As the Rubbish Diet on recycling enters its final stages Lesley Anslow looks as some of the clever work going on behind the scenes at the Theatre Royal in Bury St Edmunds
Empty plastic milk bottles, decapitated dolls and bits of broken clocks are all vital componants to some backroom recycling which creates a world of fantasy and glamour.
The wardrobe department at the Theatre Royal is brimming with clothes of all descriptions and with ideas of how to make the most of every scrap that many of us would chuck away.
As the Rubbish Diet two month campaign comes to a close the theatre is also working to get more recycling facilities for its patrons and its back office staff have now adopted a think before you throw attitude.
Nicola Stacey and Heidi McEvoy-Swift run wardrobe and Heidi has a line up of empty milk bottles under the sewing machine awaiting use.
A vibrant creation in red is Mephistopholes’ cloak and headgear used in Stagefright. Inside the headpiece plastic from the milk bottles stiffens the cap while coat hangers are the base for the threatening horns he wears.
A window sash cord has become the rope belt worn by a priest while the internal workings of a clock became Prunesquallor’s eyepiece in Gormenghast performed by the Summer School,
The theatre had help from the Household Waste Recycling Centre in its search for unwanted dolls which had to be decapitated for scenes in Gormenghast. The laundery room went into overdrive washing the dolls before they got the chop.
Chicken bones were boiled up and used on the costume for the wild child in the production and three top hats were also decorated with recyclables for use on stage.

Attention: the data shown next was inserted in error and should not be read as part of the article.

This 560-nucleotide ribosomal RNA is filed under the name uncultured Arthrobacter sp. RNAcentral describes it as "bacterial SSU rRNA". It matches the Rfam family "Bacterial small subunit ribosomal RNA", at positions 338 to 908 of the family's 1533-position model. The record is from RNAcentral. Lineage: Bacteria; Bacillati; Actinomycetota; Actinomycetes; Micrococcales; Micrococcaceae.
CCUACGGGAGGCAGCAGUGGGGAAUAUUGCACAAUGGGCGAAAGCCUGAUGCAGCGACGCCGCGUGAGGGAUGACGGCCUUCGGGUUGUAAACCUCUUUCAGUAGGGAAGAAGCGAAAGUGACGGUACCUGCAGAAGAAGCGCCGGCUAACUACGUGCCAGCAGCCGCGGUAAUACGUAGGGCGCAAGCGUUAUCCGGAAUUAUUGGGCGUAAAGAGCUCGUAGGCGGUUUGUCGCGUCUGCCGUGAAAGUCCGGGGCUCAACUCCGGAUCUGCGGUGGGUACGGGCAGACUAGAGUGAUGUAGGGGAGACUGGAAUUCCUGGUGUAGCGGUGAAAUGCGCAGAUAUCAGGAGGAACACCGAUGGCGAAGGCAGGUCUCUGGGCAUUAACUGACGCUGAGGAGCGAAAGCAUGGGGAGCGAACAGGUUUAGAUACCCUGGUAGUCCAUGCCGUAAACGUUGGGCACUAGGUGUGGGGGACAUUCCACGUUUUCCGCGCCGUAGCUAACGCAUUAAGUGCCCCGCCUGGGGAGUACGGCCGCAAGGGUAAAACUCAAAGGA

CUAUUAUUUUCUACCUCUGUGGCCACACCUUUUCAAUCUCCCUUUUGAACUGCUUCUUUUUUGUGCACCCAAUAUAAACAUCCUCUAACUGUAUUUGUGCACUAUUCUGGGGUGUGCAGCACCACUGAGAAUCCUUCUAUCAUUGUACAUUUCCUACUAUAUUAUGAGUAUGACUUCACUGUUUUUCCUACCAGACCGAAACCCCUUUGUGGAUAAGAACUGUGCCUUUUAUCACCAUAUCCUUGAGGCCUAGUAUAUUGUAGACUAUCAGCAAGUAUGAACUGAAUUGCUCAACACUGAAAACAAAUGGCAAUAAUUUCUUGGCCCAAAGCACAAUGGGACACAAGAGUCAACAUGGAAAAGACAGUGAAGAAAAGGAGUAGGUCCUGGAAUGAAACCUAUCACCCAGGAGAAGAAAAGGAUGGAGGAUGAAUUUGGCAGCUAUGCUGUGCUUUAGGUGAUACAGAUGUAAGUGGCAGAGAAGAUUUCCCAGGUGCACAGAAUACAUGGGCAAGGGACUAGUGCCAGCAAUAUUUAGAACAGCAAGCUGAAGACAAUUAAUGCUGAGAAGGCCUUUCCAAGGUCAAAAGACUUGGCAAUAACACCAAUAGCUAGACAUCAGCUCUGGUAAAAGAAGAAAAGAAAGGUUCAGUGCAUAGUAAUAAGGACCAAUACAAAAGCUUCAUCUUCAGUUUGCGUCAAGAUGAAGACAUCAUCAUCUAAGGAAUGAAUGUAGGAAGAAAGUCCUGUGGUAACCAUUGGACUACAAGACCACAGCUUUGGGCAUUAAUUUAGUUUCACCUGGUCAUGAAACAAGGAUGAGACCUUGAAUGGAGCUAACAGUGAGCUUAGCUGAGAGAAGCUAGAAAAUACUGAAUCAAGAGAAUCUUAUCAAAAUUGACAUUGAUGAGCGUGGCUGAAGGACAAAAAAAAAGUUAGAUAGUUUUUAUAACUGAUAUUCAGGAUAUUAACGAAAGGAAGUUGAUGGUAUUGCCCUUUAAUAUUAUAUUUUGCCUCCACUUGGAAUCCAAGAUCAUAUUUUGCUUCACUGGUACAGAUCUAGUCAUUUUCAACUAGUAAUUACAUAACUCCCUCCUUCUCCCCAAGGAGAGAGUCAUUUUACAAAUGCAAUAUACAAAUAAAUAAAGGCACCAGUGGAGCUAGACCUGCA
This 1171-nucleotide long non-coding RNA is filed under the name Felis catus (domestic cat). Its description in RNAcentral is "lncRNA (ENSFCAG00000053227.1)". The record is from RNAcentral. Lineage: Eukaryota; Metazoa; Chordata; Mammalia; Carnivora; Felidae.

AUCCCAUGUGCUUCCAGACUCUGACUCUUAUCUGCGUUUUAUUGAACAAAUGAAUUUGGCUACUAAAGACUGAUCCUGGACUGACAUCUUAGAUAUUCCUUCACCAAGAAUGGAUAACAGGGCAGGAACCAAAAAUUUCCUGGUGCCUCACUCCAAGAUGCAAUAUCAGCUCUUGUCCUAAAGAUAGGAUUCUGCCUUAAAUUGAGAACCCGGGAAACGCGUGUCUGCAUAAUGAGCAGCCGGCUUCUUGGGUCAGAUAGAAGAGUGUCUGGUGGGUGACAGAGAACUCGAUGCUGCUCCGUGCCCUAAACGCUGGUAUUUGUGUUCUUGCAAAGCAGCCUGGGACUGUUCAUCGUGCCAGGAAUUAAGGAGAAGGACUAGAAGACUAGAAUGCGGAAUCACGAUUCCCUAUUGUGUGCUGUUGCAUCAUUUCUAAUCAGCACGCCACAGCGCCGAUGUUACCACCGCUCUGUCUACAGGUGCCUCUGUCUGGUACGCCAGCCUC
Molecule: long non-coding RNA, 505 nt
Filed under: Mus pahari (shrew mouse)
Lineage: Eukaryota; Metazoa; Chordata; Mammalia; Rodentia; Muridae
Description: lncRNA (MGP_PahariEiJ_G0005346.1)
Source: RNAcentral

There are five rooms in wardrobe on the top floor of the box office and they they are full - each room performing a set fundtion.
The Panto room -is a cornucopia of magical outfits - a Chinese dragon, fairy wings clown costumes, rich colours and fabrics while another room contains fur coats, stoles and military costumes. Another is filled with shoes while another has neat rows of costumes ready to go.
Everwhere everything is used and use again.
Nicola says: “We know where everything is up here - you wouldn’t believe it. It’s quite hard to throw away fabrics
“We prefer to repair things rather than throw anything away. Sometimes clothes are donated and their fabric is so fragile they can’t be used. Instead we take the pattern and use it to create more robust costumes.”
Social media helps too as the theatre’s Twitter group put out a call for knitters who set to and created 400 roses which were used to identify people on the Ramble with the Romantics during the Bury Festival.
While the wardrobe in CS Lewis’ The Lion The Witch and the Wardrobe had its own magical properties the same could indeed be said for Bury’s Theatre Royal wardrobe where everything has a renewable life.
As Nicola says: “We’ve usually got it here somewhere.”